the CanadaVisa Team - 02 November, 2016
The government of Canada has unveiled a Global Skills Strategy that will set an ambitious two-week standard for processing visas and work permits for global talent. Federal Finance Minister Bill Morneau outlined the proposal to Parliament while delivering his department's Fall Economic Statement.
This initiative will look to support high-growth Canadian companies that need to access global talent in order to facilitate and accelerate investments that create jobs and growth. This will include companies that can demonstrate labour market benefits, such as increasing investments, knowledge transfer and Canadian job creation, as well as global companies that are making large investments, relocating to Canada, establishing new production or expanding production, and creating new Canadian jobs.
It is hoped that these measures will allow fast-growing Canadian tech firms and multinational corporations operating in Canada to hire skilled foreign workers quickly for jobs they are struggling to fill.
In addition to the Global Skills Strategy, the government is planning to introduce a new work permit exemption for short-duration work terms. The short-duration work permit exemption will apply for work terms of fewer than 30 days in a year, as well as brief academic stays, and will be used to facilitate short-term, inter-company work exchanges, study exchanges, or the entrance of temporary expertise.
The government is also providing $218 million over five years into a new foreign investment organization, with a chief executive and a dedicated sales force to attract global investors.
The Invest in Canada hub will be a new organization dedicated to promoting Canada as an investment option. The hub will work with the department of Global Affairs, the Canadian Trade Commissioner Service, and the department of Innovation, Science and Economic Development Canada.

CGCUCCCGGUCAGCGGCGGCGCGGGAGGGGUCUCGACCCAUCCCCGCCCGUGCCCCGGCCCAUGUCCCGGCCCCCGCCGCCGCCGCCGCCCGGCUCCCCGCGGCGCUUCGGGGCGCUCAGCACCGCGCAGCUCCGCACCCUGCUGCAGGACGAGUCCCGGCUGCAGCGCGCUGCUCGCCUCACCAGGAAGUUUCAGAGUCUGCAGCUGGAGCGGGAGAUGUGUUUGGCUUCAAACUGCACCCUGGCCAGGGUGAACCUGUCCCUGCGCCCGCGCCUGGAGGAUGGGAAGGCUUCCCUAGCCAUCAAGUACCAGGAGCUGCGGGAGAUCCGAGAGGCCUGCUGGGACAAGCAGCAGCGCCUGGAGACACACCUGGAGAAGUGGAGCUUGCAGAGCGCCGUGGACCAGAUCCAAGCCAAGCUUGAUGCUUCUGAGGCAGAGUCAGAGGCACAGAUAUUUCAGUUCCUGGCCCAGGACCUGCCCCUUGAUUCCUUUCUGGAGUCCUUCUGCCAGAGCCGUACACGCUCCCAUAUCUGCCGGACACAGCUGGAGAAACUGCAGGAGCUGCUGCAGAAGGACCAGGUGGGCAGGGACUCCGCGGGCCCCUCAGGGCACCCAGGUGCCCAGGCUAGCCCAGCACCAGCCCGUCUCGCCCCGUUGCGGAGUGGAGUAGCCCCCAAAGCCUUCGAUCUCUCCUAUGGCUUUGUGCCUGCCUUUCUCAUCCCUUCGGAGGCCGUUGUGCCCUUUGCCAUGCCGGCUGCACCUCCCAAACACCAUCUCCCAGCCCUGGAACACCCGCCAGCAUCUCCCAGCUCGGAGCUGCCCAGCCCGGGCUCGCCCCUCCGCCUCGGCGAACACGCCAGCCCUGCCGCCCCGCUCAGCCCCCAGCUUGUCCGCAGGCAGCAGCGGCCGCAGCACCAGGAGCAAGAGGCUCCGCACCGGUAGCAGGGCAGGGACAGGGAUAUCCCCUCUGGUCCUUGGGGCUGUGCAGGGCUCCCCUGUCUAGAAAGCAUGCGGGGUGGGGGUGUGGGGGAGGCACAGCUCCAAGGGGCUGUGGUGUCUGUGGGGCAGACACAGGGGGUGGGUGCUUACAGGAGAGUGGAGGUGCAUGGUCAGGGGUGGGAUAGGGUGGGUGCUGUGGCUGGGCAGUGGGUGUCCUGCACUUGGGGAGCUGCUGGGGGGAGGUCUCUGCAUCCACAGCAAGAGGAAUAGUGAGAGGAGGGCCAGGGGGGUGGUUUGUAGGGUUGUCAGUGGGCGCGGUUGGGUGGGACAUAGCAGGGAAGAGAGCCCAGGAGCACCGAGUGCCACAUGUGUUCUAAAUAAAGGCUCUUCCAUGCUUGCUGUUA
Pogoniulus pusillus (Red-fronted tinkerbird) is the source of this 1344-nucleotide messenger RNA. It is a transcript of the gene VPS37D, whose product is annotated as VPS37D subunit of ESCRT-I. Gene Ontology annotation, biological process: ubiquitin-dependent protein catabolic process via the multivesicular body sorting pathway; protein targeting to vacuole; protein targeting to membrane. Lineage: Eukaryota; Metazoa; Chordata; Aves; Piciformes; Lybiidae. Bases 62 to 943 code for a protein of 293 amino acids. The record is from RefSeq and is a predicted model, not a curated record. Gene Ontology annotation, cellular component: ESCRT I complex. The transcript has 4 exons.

“Companies are telling us their biggest challenge is talent,” said Minister Morneau, who added that “We know that we have a compelling case for companies to come here . . . We have something to tell the world.”
For his part, Prime Minister Justin Trudeau stated that “Our future success is largely driven by attracting talented people from around the world. Our diversity not only brings its own economic and social rewards, but with Canada’s aging population, having a robust, effective, and efficient immigration system is critical to our long-term economic growth.”
Overall, the plans outlined in the government's Fall Economic Statement have been received positively by companies working in the technology sector in Canada, which now boasts several billion-dollar companies, including Shopify, Inc., Hootsuite Media Inc. and Kik Interactive Inc.
“We think this [Global Skills Strategy] will be a game-changer,” said Alexandra Clark, Shopify’s director of policy and government affairs. “Scalability is directly related to success for Canadian companies. What we heard today is that will be increasingly easier for Canadian companies to compete globally.”
According to the Information and Communications Technology Council, Canada faces the prospect of needing an additional 200,000 information, technology and communications workers by 2020. The government's initiative aims to alleviate those labour shortages over the coming years.